Walworth County Commissioners approved the 2020 provisional budget and approved a reduction in tipping fees for not-for-profit clean-up efforts at their Tuesday, Aug. 6 meeting.
Before any business could be addressed, Linda Beaman and Carolyn Schmidt addressed the board in the public forum.
Beaman told the board she wanted to clarify several issues about statements she made to the board at several prior meetings.
“I have been accused of making false statements,” she said. “I have documents to back up the statements I have been making, Instead of debating them the board has just said they are not true and to just move on. I don’t appreciate it being said that my statements were not true.”
She asked the board to discuss the issues rather than just to move on. She also stated that as a taxpayer, it is her right to question the commission’s decisions.
Beaman also questioned the process of how they came to their decisions, referring to a prior decision about salaries that they appeared to oppose with a decision about a part-time employee’s salary during the last meeting.
None of the commissioners commented on the points she made.
Schmidt also addressed the board concerning statements made at an earlier meeting that they seemed to forget during the hiring of the landfill supervisor. Again, none of the commissioners chose to discuss the matter.
Pat Thorstenson of the Mobridge Rodeo Association (MRA) asked the board to consider a reduced rate for tipping fees at the landfill for a clean-up project on land owned by four MRA members.
He told the board there are several buildings, none in very good shape, those members purchased several years ago. It is their intention to tear down the structures and renovate the landscape as the renovation of the Mobridge Rodeo Grounds is completed before next summer. He said the group has no intention to make a profit on the land, only to clean up the area.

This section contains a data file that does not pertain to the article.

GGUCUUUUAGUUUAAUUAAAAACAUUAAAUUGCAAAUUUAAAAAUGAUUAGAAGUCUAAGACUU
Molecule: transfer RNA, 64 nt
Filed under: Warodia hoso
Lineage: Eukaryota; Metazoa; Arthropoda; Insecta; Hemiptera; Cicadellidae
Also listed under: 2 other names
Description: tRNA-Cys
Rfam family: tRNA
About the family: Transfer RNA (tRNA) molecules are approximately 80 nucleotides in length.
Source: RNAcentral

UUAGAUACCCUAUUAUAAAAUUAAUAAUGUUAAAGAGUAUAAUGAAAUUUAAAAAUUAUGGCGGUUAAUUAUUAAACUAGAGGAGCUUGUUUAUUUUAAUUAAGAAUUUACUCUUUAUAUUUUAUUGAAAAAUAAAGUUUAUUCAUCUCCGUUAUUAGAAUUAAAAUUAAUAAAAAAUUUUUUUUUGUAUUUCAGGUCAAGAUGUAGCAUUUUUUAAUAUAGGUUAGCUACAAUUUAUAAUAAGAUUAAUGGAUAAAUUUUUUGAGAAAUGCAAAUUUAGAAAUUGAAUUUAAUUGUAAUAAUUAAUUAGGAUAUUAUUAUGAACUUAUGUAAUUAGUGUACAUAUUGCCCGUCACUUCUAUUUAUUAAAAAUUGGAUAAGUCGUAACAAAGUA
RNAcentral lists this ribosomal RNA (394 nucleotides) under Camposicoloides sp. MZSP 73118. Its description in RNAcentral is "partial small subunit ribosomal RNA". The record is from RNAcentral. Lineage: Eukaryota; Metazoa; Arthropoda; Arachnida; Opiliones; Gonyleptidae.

Thorstenson asked for some kind of reduction in the landfill tipping for the project.
Commissioner Kevin Holgard said he was in favor of the reduction in the fees but wanted the commission to consider extending the lower fees for clean- up projects that were also not for profit.
He said the board should approve all reduced fees before any dumping occurred and that property owners must appear before the commission to ask for approval of the reduced fees.
Other members of the commission were in favor of the reduced fees but Jim Houck asked if there should be a limit to the amount of tonnage allowed at the reduced rate.
It was agreed upon that the commission will decide each request individually.
Walworth County Sheriff Josh Boll reported he had negotiated a deal with the U.S. Marshal’s Office to house prisoners at a $97 a day rate. He said through back and forth negotiation it was decided that the sheriff’s office would provide transportation to medical appointments for the marshal’s prisoners with the $97 a day rate.
The new rate will go into effect on Oct. 1.
The discussion then turned to repairs on the current building and how to budget for those repairs. Repairs will be made to the roof this year, perhaps in September, according to Boll.
Other majors repairs will be decided upon when the decision has been made about what will be done with the current jail building or if the new building project is approved by the commission in the near future.